An Early Twentieth Century Requiem Set - A Mirror of its Time

The Very Rev. Christopher Marino, Record of the Cathedral of St. Mary in Miami, on our request sent us some photos of this rather unique set of black vestments that are in his possession. The set seems clearly of twentieth century vintage, produced in Belgium by Rene Lorrain et Cie Inc., a company based our of Paris, Brussels, New York and Lyon.  Believe it or not, this set was clearly not a bespoke offering, but rather a catalogue one -- you can see parts of this same set in Quebec for instance. 

The visual imagery of the set is clearly very much focused on the Passion, Death and Resurrection of Christ. Beginning with the cope we see on its hood Christ being presented to the crowds by Pontius Pilate while the front orphrey panels include images of Christ carrying the Cross, Veronica holding the veil, Peter in Denial and what I presume might be Judas Iscariot. 

The chasuble includes on its back a large image of the Crucifixion and, the front, once again an image of the veil of Veronica as well as the lance that penetrated the side of Christ on the Cross. 

The dalmatic and tunicle of the set both continue the theme and also shift it a bit. For example, the one dalmatic contains on its back an image of Christ crucified with Our Lady of Sorrows and the dice used to cast lots for Christ's seamless garments, the lance again and the vinegar/gall offered to Christ.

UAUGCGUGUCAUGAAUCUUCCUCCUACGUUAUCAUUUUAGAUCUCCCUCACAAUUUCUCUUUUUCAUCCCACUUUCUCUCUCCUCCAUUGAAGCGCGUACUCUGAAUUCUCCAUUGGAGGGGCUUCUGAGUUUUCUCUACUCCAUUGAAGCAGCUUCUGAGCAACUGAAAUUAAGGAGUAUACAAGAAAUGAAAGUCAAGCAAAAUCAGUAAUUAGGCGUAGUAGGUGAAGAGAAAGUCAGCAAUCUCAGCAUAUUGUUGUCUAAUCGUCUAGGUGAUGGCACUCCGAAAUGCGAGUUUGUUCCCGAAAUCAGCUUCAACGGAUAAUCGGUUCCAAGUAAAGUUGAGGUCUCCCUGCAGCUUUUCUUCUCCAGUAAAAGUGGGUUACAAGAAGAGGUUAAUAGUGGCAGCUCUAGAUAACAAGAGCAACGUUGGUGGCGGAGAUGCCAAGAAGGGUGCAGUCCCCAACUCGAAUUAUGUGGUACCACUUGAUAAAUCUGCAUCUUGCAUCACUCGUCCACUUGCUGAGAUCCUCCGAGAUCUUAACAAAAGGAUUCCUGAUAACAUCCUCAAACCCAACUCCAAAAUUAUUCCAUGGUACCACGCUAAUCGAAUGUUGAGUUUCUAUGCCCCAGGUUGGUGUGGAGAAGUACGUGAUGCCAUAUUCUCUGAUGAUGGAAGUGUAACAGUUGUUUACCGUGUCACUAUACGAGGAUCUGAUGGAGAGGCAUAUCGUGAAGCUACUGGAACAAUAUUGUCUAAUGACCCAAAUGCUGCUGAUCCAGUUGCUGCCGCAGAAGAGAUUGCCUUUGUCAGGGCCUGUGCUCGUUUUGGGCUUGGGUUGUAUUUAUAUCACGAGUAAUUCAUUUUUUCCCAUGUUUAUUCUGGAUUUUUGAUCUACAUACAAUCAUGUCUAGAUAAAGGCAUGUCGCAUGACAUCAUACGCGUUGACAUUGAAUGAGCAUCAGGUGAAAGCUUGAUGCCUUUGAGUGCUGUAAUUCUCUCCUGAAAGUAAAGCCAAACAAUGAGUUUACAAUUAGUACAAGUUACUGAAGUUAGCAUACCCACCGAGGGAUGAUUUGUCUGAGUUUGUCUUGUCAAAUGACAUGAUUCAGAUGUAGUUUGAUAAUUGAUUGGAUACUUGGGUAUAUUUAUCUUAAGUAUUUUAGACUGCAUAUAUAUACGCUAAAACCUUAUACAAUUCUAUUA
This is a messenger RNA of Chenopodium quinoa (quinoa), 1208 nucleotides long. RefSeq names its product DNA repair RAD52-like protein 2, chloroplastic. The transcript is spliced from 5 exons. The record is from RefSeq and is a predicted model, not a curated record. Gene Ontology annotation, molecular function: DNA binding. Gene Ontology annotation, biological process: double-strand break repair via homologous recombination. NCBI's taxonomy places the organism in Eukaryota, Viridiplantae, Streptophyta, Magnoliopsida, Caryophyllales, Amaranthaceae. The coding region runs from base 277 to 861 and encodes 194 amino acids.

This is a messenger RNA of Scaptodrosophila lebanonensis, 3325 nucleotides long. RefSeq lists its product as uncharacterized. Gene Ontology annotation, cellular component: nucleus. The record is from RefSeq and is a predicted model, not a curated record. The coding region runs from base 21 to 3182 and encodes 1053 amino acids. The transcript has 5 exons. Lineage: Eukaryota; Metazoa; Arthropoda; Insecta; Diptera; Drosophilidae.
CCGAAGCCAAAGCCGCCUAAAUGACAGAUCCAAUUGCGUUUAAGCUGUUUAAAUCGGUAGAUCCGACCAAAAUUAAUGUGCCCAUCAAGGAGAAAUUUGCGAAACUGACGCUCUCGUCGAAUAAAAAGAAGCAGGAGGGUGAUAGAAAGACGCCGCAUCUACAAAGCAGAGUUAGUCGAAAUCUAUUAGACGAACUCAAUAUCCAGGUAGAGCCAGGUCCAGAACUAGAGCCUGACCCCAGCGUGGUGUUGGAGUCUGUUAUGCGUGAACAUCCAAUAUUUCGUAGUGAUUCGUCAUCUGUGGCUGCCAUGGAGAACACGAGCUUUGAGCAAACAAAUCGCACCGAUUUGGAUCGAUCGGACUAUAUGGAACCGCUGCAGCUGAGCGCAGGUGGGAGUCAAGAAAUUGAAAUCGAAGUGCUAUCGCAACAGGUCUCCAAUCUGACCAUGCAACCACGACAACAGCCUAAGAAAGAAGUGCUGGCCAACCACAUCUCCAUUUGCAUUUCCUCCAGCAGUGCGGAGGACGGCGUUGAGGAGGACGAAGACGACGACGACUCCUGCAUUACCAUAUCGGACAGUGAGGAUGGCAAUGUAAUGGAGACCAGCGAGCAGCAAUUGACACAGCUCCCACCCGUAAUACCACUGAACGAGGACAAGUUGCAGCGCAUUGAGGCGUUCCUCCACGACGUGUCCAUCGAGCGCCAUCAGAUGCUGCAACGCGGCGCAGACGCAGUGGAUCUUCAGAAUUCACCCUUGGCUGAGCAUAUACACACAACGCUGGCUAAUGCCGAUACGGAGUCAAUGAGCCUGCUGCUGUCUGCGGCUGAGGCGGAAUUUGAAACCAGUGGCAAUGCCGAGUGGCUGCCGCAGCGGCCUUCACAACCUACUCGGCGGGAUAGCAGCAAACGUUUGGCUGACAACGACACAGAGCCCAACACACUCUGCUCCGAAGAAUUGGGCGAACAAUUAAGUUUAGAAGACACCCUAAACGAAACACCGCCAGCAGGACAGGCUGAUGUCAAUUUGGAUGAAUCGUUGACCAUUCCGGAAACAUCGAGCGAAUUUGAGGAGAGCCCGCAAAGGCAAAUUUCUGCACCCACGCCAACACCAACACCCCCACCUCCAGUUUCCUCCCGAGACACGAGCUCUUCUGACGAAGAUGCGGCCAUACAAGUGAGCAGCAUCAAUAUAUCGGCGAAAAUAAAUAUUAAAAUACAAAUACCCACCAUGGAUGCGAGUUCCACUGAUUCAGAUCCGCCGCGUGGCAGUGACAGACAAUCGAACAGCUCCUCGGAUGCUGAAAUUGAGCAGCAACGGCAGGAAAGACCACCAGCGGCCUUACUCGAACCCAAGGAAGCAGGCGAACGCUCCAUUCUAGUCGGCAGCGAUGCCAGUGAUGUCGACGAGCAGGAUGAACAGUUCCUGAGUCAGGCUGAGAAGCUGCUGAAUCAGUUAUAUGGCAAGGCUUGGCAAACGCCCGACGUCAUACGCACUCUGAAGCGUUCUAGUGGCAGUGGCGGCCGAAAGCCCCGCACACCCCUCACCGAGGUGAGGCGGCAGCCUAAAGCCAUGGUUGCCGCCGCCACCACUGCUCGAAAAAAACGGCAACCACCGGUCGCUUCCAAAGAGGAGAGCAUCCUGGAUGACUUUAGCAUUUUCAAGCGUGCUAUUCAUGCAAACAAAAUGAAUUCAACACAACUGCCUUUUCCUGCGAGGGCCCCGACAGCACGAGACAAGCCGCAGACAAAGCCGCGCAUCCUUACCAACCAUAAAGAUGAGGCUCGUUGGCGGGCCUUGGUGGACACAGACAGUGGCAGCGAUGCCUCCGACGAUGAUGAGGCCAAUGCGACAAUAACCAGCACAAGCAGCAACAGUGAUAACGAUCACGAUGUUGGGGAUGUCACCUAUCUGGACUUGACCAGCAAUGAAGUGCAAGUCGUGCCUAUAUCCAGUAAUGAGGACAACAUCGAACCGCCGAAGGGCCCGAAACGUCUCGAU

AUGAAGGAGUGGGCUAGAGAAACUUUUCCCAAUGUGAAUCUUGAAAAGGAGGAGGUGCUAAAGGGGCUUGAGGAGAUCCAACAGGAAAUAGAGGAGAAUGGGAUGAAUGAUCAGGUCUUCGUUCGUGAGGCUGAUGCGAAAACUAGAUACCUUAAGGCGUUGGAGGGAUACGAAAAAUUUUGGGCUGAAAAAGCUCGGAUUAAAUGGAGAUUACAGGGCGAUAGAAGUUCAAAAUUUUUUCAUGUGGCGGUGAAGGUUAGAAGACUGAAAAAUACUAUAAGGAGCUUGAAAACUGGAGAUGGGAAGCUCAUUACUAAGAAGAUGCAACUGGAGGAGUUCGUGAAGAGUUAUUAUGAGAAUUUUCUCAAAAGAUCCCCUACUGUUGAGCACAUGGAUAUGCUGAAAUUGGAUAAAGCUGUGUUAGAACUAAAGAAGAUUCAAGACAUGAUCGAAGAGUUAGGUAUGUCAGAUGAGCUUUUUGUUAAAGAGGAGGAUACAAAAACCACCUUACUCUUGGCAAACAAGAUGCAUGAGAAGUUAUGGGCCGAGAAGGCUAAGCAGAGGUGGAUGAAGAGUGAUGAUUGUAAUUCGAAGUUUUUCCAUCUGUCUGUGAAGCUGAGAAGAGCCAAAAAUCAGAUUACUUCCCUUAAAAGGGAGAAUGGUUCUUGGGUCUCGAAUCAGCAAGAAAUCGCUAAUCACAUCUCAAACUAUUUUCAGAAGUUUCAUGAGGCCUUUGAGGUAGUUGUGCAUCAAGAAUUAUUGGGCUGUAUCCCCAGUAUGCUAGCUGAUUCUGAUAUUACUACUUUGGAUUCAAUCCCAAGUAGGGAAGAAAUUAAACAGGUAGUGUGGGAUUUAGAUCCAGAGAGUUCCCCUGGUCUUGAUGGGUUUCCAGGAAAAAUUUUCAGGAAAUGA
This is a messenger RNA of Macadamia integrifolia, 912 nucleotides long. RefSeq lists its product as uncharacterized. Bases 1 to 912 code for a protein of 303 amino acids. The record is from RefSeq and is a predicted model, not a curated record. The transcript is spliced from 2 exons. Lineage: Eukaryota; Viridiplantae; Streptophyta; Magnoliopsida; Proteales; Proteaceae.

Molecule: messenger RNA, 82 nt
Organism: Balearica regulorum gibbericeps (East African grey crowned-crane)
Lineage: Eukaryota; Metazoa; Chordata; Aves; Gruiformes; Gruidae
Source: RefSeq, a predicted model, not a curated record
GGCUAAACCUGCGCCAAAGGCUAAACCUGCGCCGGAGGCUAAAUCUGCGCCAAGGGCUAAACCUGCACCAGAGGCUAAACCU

The other, however, takes us beyond the Passion to the Resurrection, showing Christ emerging from the tomb, the two Roman soldiers seen sleeping at the entrance to the tomb. 

The front of both the dalmatic and tunicle continue this resurrection theme.

When the set is put together and worn as it is intended, the net result is one which symboliically speaks to themes of death as well as resurrection -- themes which are certainly pertinent to the Requiem Mass.

This particular imagery certainly speaks to two points of the period. The first was the growing interest in explicit Christian imagery that we saw arising in the late nineteenth and especially early twentieth century. The next is that it arguably reflects a pre-occupation of theologians of the time; namely, trying to counterbalance our sorrow at the death of a loved one, our prayers for their soul, with also a promotion of the remembrance of the Christian hope in the resurrection. In both of these regards, they are certainly quite representative of their particular time in history. 

Here are a few more details from the set. 

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